Prime Minister Shinzo Abe on Tuesday won a new term as president of the ruling Liberal Democratic Party after Seiko Noda failed to gather enough support from LDP Diet members to file her candidacy.
Because she could not get 20 lawmakers to sign their names and no other candidate stepped forward, the LDP won’t bother to hold the election that had been scheduled for Sept. 20.
The deadline for filing a candidacy was 8:30 a.m. Tuesday, but Noda held a news conference to tell reporters she had already given up on running.
Abe’s new term as LDP president will last three years, presumably extending his term as the prime minister as well.
There is no term limit for prime minister, but a general election of the Lower House must be held at least once every four years, and a new prime minister is elected each time by members of the chamber.
“I tried to run for the presidential election, but I was unable to accomplish that,” Noda said.
Abe’s win will give momentum to his drive to enact the controversial security bills next week and greatly expand the legal scope of overseas military operations by the Self-Defense Forces.
Noda, a moderate liberal, was regarded as a potential opponent of Abe’s security reform drive.
But the former chairman of the LDP’s Executive Council has toned down her criticism of Abe’s security policies, apparently fearing it could draw strong repercussions from LDP lawmakers working hard to get the bills through the Upper House.
The focus of attention in the political arena has already shifted to how much popularity Abe will lose by bulldozing the security bills through the Diet, and how much of it he can recover before the Upper House election next summer.
Media polls have suggested that most voters are opposed to the bills. Ramming them through the Diet will considerably push down the approval ratings of both Abe and the LDP.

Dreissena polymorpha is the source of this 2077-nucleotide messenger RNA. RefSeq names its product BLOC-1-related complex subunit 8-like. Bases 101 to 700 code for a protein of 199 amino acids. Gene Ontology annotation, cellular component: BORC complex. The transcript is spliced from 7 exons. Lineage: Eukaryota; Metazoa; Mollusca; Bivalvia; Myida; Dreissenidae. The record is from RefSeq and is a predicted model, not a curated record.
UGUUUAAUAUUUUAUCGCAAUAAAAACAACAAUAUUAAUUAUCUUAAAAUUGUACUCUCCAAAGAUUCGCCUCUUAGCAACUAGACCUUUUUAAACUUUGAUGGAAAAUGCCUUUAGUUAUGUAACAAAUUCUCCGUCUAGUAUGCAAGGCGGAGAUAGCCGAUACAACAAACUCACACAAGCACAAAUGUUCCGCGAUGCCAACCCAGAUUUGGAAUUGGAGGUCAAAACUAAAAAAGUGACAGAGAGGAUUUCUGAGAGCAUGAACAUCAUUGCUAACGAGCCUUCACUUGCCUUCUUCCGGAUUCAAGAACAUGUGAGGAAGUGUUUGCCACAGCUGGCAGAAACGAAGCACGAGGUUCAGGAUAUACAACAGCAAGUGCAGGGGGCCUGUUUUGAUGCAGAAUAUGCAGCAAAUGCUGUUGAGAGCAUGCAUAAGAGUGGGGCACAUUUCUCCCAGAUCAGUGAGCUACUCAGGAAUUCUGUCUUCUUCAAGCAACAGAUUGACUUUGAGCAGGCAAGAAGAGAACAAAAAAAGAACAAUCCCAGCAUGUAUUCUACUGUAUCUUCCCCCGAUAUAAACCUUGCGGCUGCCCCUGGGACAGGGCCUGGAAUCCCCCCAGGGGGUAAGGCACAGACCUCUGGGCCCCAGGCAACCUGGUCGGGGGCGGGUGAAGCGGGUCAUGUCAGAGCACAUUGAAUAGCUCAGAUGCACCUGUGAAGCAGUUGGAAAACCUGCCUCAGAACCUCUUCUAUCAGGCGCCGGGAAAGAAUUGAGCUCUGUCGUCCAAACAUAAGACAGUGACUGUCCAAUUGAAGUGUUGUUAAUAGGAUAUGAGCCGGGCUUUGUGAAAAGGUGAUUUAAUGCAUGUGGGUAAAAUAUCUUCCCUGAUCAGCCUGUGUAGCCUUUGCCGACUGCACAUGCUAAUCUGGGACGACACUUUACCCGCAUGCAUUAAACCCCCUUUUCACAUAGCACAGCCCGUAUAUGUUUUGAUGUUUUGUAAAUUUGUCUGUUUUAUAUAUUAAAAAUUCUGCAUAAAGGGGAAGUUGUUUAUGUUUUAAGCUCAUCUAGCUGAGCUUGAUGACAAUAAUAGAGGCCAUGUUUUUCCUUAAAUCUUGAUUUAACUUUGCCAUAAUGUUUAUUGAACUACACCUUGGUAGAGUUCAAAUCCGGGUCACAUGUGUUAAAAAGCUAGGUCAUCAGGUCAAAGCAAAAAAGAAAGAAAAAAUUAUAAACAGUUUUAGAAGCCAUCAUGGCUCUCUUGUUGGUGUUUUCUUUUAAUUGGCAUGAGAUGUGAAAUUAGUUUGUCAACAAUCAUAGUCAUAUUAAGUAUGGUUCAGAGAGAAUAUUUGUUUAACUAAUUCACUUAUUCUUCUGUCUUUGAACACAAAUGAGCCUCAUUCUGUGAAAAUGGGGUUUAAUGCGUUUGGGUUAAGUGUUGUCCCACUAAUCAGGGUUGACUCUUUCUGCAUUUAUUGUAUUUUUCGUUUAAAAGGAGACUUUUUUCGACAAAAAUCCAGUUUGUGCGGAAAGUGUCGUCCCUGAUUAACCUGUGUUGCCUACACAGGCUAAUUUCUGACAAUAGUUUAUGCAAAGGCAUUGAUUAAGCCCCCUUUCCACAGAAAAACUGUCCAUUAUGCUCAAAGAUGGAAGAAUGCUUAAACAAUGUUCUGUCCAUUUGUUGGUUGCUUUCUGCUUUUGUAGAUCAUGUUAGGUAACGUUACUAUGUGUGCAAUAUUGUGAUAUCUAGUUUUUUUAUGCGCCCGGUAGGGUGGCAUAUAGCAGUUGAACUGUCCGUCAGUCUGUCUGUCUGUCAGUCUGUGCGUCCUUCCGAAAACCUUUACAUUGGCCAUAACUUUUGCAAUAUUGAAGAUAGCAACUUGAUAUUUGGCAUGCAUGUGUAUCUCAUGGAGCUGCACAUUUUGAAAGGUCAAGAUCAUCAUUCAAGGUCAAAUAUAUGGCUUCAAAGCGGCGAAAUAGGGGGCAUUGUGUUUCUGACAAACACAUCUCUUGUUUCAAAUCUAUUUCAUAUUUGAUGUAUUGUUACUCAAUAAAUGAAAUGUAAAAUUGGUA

Half of the 242 Upper House members will face re-election next summer. Abe is thus expected to refocus on economic measures to boost the party’s popularity until then.
” ‘Abenomics’ is still only halfway to its goals,” Abe told reporters later in the day at the prime minster’s office when asked for comment on his winning another term as LDP president.
Abenomics refers to the set of three “arrows” of his economic program, namely ultraloose monetary policy, aggressive government spending and structural reforms to raise the country’s growth potential.
“We’d like to deliver the effects of the economic measures all across the country,” he said.
For Abe, winning the Upper House election is critically important because he, together with other right-leaning elements, is trying to win enough seats in the chamber to launch a national referendum to revise the pacifist Constitution.
Initiating a constitutional referendum requires support from two-thirds of the lawmakers in both Diet chambers.
But the road ahead for Abe does not look easy, as many economists and market participants are beginning to say that Abenomics may be running out of steam.
On Tuesday, the government released revised gross domestic product figures for the April-June period showing that the economy shrank 1.2 percent on an annualized basis.
Japan relies heavily on China, the nation’s No. 1 trading partner, in terms of combined value of exports and imports.
Recently, the situation in China has been looking shaky due to last month’s crash of the Shanghai stock market amid fears the country may no longer be able to maintain its miraculous economic growth of recent years.
Domestically, meanwhile, the consumption tax is set to rise to 10 percent from 8 percent in April 2017, which is expected to considerably depress consumption, at least temporarily.
Postponing the tax hike again would be at great political risk for Abe because he has already put off his original plan of raising the unpopular tax next month, after hiking it to 8 percent from 5 percent in April 2014.
“As I have repeatedly said, the security bills must be enacted during this Diet session (which ends Sept. 27) at any cost,” LDP Secretary-General Sadakazu Tanigaki told reporters Tuesday after Abe won his hew term as LDP head.
“But . . . after finishing this, we need to focus on a goal that can be jointly pursued by (all the) people. Prime Minister Abe has said we need to work hard on economic measures,” Tanigaki said.
In a time of both misinformation and too much information, quality journalism is more crucial than ever.
By subscribing, you can help us get the story right.